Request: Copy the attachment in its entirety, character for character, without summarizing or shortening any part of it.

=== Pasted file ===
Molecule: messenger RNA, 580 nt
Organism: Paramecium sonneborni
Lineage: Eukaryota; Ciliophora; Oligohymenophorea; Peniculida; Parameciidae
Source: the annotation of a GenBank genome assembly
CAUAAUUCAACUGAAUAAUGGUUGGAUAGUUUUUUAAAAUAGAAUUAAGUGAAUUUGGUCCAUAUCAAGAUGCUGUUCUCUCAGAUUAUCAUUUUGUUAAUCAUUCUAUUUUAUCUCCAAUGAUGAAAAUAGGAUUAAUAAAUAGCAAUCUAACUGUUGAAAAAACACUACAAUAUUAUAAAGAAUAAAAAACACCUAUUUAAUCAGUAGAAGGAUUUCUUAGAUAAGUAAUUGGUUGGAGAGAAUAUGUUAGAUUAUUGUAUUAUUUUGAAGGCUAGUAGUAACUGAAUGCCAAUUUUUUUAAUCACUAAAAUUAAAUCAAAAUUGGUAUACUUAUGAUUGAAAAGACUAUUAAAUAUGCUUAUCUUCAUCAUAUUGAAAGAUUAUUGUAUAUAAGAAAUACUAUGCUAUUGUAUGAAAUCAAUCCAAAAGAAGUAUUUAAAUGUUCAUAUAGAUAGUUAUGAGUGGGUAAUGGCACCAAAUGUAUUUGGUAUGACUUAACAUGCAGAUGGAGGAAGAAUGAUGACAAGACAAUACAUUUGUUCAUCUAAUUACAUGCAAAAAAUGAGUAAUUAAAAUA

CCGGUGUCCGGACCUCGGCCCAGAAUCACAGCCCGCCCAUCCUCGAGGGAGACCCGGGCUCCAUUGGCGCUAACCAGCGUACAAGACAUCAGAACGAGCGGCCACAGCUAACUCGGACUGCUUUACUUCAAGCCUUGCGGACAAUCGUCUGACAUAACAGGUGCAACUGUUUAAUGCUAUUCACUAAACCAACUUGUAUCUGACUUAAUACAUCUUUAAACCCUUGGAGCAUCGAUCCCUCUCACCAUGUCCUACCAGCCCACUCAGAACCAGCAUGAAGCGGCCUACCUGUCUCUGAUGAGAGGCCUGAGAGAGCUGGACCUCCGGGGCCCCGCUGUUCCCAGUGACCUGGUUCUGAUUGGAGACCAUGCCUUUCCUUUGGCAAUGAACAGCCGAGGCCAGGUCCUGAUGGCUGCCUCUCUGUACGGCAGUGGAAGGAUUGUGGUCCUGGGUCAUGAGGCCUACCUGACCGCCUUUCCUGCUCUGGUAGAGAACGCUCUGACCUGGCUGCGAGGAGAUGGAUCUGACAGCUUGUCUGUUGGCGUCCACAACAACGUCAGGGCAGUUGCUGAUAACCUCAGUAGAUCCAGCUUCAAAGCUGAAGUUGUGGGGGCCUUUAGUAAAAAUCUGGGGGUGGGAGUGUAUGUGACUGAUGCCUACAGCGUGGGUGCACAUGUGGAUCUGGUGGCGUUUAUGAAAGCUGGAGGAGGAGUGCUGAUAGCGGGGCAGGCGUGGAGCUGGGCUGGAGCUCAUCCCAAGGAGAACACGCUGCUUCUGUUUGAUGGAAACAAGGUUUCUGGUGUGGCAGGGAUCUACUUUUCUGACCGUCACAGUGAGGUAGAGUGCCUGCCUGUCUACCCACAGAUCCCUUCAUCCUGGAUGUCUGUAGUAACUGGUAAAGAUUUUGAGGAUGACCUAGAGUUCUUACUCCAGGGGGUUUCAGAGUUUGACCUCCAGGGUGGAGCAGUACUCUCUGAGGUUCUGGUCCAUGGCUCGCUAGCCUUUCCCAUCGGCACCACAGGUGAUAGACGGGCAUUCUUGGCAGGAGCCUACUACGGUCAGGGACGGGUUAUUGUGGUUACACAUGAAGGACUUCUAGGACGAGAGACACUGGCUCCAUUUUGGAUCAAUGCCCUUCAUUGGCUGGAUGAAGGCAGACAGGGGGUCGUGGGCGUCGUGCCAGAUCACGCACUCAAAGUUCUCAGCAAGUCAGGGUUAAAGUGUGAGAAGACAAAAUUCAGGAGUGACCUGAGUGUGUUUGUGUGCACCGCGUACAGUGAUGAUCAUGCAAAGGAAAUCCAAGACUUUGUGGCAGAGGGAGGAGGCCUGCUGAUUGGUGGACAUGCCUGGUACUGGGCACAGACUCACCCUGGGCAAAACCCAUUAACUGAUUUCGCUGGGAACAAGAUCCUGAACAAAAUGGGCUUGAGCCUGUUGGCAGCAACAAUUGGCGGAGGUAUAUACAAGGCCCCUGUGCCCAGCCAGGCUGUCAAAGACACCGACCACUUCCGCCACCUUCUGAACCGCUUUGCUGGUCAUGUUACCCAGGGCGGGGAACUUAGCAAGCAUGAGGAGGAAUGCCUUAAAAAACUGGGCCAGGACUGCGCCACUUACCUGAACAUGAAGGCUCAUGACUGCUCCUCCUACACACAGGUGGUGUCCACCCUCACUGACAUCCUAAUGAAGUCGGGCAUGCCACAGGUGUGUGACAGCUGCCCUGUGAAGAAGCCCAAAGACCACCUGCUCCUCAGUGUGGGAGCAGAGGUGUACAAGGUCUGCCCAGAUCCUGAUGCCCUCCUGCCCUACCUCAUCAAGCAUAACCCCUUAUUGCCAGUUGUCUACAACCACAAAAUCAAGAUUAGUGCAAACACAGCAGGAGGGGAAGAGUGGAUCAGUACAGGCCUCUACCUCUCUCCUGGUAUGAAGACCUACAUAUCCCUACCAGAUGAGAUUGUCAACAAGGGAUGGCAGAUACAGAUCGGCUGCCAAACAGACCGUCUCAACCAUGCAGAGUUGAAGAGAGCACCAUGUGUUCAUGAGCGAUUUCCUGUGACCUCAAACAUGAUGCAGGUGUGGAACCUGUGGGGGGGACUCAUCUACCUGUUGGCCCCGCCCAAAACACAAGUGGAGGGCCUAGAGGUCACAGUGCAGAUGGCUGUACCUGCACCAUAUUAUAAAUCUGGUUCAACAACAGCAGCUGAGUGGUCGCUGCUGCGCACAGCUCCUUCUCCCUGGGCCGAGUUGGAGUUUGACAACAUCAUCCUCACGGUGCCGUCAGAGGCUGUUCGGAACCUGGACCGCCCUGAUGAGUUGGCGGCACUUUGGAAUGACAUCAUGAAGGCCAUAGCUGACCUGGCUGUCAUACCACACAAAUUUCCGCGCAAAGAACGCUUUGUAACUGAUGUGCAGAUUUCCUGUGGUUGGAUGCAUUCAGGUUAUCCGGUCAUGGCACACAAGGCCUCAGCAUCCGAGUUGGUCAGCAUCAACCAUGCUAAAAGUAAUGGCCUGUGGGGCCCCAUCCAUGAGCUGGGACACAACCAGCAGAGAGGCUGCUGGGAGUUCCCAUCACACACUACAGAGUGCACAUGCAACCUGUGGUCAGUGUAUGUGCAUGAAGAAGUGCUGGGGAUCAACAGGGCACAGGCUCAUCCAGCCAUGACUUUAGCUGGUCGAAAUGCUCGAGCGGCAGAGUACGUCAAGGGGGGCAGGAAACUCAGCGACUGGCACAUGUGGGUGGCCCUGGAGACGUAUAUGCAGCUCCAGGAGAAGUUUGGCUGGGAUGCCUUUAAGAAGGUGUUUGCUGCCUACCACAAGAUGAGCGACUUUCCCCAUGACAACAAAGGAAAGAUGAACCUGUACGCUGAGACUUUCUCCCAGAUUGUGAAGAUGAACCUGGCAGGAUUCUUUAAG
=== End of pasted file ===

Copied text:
Molecule: messenger RNA, 580 nt
Organism: Paramecium sonneborni
Lineage: Eukaryota; Ciliophora; Oligohymenophorea; Peniculida; Parameciidae
Source: the annotation of a GenBank genome assembly
CAUAAUUCAACUGAAUAAUGGUUGGAUAGUUUUUUAAAAUAGAAUUAAGUGAAUUUGGUCCAUAUCAAGAUGCUGUUCUCUCAGAUUAUCAUUUUGUUAAUCAUUCUAUUUUAUCUCCAAUGAUGAAAAUAGGAUUAAUAAAUAGCAAUCUAACUGUUGAAAAAACACUACAAUAUUAUAAAGAAUAAAAAACACCUAUUUAAUCAGUAGAAGGAUUUCUUAGAUAAGUAAUUGGUUGGAGAGAAUAUGUUAGAUUAUUGUAUUAUUUUGAAGGCUAGUAGUAACUGAAUGCCAAUUUUUUUAAUCACUAAAAUUAAAUCAAAAUUGGUAUACUUAUGAUUGAAAAGACUAUUAAAUAUGCUUAUCUUCAUCAUAUUGAAAGAUUAUUGUAUAUAAGAAAUACUAUGCUAUUGUAUGAAAUCAAUCCAAAAGAAGUAUUUAAAUGUUCAUAUAGAUAGUUAUGAGUGGGUAAUGGCACCAAAUGUAUUUGGUAUGACUUAACAUGCAGAUGGAGGAAGAAUGAUGACAAGACAAUACAUUUGUUCAUCUAAUUACAUGCAAAAAAUGAGUAAUUAAAAUA

CCGGUGUCCGGACCUCGGCCCAGAAUCACAGCCCGCCCAUCCUCGAGGGAGACCCGGGCUCCAUUGGCGCUAACCAGCGUACAAGACAUCAGAACGAGCGGCCACAGCUAACUCGGACUGCUUUACUUCAAGCCUUGCGGACAAUCGUCUGACAUAACAGGUGCAACUGUUUAAUGCUAUUCACUAAACCAACUUGUAUCUGACUUAAUACAUCUUUAAACCCUUGGAGCAUCGAUCCCUCUCACCAUGUCCUACCAGCCCACUCAGAACCAGCAUGAAGCGGCCUACCUGUCUCUGAUGAGAGGCCUGAGAGAGCUGGACCUCCGGGGCCCCGCUGUUCCCAGUGACCUGGUUCUGAUUGGAGACCAUGCCUUUCCUUUGGCAAUGAACAGCCGAGGCCAGGUCCUGAUGGCUGCCUCUCUGUACGGCAGUGGAAGGAUUGUGGUCCUGGGUCAUGAGGCCUACCUGACCGCCUUUCCUGCUCUGGUAGAGAACGCUCUGACCUGGCUGCGAGGAGAUGGAUCUGACAGCUUGUCUGUUGGCGUCCACAACAACGUCAGGGCAGUUGCUGAUAACCUCAGUAGAUCCAGCUUCAAAGCUGAAGUUGUGGGGGCCUUUAGUAAAAAUCUGGGGGUGGGAGUGUAUGUGACUGAUGCCUACAGCGUGGGUGCACAUGUGGAUCUGGUGGCGUUUAUGAAAGCUGGAGGAGGAGUGCUGAUAGCGGGGCAGGCGUGGAGCUGGGCUGGAGCUCAUCCCAAGGAGAACACGCUGCUUCUGUUUGAUGGAAACAAGGUUUCUGGUGUGGCAGGGAUCUACUUUUCUGACCGUCACAGUGAGGUAGAGUGCCUGCCUGUCUACCCACAGAUCCCUUCAUCCUGGAUGUCUGUAGUAACUGGUAAAGAUUUUGAGGAUGACCUAGAGUUCUUACUCCAGGGGGUUUCAGAGUUUGACCUCCAGGGUGGAGCAGUACUCUCUGAGGUUCUGGUCCAUGGCUCGCUAGCCUUUCCCAUCGGCACCACAGGUGAUAGACGGGCAUUCUUGGCAGGAGCCUACUACGGUCAGGGACGGGUUAUUGUGGUUACACAUGAAGGACUUCUAGGACGAGAGACACUGGCUCCAUUUUGGAUCAAUGCCCUUCAUUGGCUGGAUGAAGGCAGACAGGGGGUCGUGGGCGUCGUGCCAGAUCACGCACUCAAAGUUCUCAGCAAGUCAGGGUUAAAGUGUGAGAAGACAAAAUUCAGGAGUGACCUGAGUGUGUUUGUGUGCACCGCGUACAGUGAUGAUCAUGCAAAGGAAAUCCAAGACUUUGUGGCAGAGGGAGGAGGCCUGCUGAUUGGUGGACAUGCCUGGUACUGGGCACAGACUCACCCUGGGCAAAACCCAUUAACUGAUUUCGCUGGGAACAAGAUCCUGAACAAAAUGGGCUUGAGCCUGUUGGCAGCAACAAUUGGCGGAGGUAUAUACAAGGCCCCUGUGCCCAGCCAGGCUGUCAAAGACACCGACCACUUCCGCCACCUUCUGAACCGCUUUGCUGGUCAUGUUACCCAGGGCGGGGAACUUAGCAAGCAUGAGGAGGAAUGCCUUAAAAAACUGGGCCAGGACUGCGCCACUUACCUGAACAUGAAGGCUCAUGACUGCUCCUCCUACACACAGGUGGUGUCCACCCUCACUGACAUCCUAAUGAAGUCGGGCAUGCCACAGGUGUGUGACAGCUGCCCUGUGAAGAAGCCCAAAGACCACCUGCUCCUCAGUGUGGGAGCAGAGGUGUACAAGGUCUGCCCAGAUCCUGAUGCCCUCCUGCCCUACCUCAUCAAGCAUAACCCCUUAUUGCCAGUUGUCUACAACCACAAAAUCAAGAUUAGUGCAAACACAGCAGGAGGGGAAGAGUGGAUCAGUACAGGCCUCUACCUCUCUCCUGGUAUGAAGACCUACAUAUCCCUACCAGAUGAGAUUGUCAACAAGGGAUGGCAGAUACAGAUCGGCUGCCAAACAGACCGUCUCAACCAUGCAGAGUUGAAGAGAGCACCAUGUGUUCAUGAGCGAUUUCCUGUGACCUCAAACAUGAUGCAGGUGUGGAACCUGUGGGGGGGACUCAUCUACCUGUUGGCCCCGCCCAAAACACAAGUGGAGGGCCUAGAGGUCACAGUGCAGAUGGCUGUACCUGCACCAUAUUAUAAAUCUGGUUCAACAACAGCAGCUGAGUGGUCGCUGCUGCGCACAGCUCCUUCUCCCUGGGCCGAGUUGGAGUUUGACAACAUCAUCCUCACGGUGCCGUCAGAGGCUGUUCGGAACCUGGACCGCCCUGAUGAGUUGGCGGCACUUUGGAAUGACAUCAUGAAGGCCAUAGCUGACCUGGCUGUCAUACCACACAAAUUUCCGCGCAAAGAACGCUUUGUAACUGAUGUGCAGAUUUCCUGUGGUUGGAUGCAUUCAGGUUAUCCGGUCAUGGCACACAAGGCCUCAGCAUCCGAGUUGGUCAGCAUCAACCAUGCUAAAAGUAAUGGCCUGUGGGGCCCCAUCCAUGAGCUGGGACACAACCAGCAGAGAGGCUGCUGGGAGUUCCCAUCACACACUACAGAGUGCACAUGCAACCUGUGGUCAGUGUAUGUGCAUGAAGAAGUGCUGGGGAUCAACAGGGCACAGGCUCAUCCAGCCAUGACUUUAGCUGGUCGAAAUGCUCGAGCGGCAGAGUACGUCAAGGGGGGCAGGAAACUCAGCGACUGGCACAUGUGGGUGGCCCUGGAGACGUAUAUGCAGCUCCAGGAGAAGUUUGGCUGGGAUGCCUUUAAGAAGGUGUUUGCUGCCUACCACAAGAUGAGCGACUUUCCCCAUGACAACAAAGGAAAGAUGAACCUGUACGCUGAGACUUUCUCCCAGAUUGUGAAGAUGAACCUGGCAGGAUUCUUUAAG